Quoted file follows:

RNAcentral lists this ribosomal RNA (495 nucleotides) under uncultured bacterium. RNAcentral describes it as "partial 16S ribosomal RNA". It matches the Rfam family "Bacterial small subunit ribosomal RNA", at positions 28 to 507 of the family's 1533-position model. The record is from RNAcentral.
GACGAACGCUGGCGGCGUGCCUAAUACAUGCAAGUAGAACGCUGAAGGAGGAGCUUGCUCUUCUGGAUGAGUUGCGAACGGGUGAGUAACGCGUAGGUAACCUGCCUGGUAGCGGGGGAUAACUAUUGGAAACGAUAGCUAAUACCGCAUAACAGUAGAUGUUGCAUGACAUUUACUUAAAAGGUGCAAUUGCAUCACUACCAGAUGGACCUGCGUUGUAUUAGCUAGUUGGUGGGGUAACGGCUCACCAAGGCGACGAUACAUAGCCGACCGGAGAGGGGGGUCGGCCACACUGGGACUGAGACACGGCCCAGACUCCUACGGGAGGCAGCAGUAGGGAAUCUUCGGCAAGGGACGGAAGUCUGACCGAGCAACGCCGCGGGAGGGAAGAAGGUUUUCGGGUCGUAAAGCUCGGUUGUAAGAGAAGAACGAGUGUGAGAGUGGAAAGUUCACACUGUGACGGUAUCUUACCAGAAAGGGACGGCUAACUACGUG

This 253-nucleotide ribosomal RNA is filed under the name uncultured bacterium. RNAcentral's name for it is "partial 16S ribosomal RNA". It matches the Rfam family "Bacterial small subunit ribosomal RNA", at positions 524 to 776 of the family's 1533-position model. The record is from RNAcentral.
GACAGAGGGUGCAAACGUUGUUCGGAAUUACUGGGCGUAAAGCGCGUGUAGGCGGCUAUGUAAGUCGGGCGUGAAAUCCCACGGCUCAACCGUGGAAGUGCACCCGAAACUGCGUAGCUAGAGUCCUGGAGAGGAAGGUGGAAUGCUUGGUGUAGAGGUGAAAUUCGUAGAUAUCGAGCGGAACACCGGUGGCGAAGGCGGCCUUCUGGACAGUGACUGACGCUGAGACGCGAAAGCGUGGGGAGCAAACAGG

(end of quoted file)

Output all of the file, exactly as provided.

RNAcentral lists this ribosomal RNA (495 nucleotides) under uncultured bacterium. RNAcentral describes it as "partial 16S ribosomal RNA". It matches the Rfam family "Bacterial small subunit ribosomal RNA", at positions 28 to 507 of the family's 1533-position model. The record is from RNAcentral.
GACGAACGCUGGCGGCGUGCCUAAUACAUGCAAGUAGAACGCUGAAGGAGGAGCUUGCUCUUCUGGAUGAGUUGCGAACGGGUGAGUAACGCGUAGGUAACCUGCCUGGUAGCGGGGGAUAACUAUUGGAAACGAUAGCUAAUACCGCAUAACAGUAGAUGUUGCAUGACAUUUACUUAAAAGGUGCAAUUGCAUCACUACCAGAUGGACCUGCGUUGUAUUAGCUAGUUGGUGGGGUAACGGCUCACCAAGGCGACGAUACAUAGCCGACCGGAGAGGGGGGUCGGCCACACUGGGACUGAGACACGGCCCAGACUCCUACGGGAGGCAGCAGUAGGGAAUCUUCGGCAAGGGACGGAAGUCUGACCGAGCAACGCCGCGGGAGGGAAGAAGGUUUUCGGGUCGUAAAGCUCGGUUGUAAGAGAAGAACGAGUGUGAGAGUGGAAAGUUCACACUGUGACGGUAUCUUACCAGAAAGGGACGGCUAACUACGUG

This 253-nucleotide ribosomal RNA is filed under the name uncultured bacterium. RNAcentral's name for it is "partial 16S ribosomal RNA". It matches the Rfam family "Bacterial small subunit ribosomal RNA", at positions 524 to 776 of the family's 1533-position model. The record is from RNAcentral.
GACAGAGGGUGCAAACGUUGUUCGGAAUUACUGGGCGUAAAGCGCGUGUAGGCGGCUAUGUAAGUCGGGCGUGAAAUCCCACGGCUCAACCGUGGAAGUGCACCCGAAACUGCGUAGCUAGAGUCCUGGAGAGGAAGGUGGAAUGCUUGGUGUAGAGGUGAAAUUCGUAGAUAUCGAGCGGAACACCGGUGGCGAAGGCGGCCUUCUGGACAGUGACUGACGCUGAGACGCGAAAGCGUGGGGAGCAAACAGG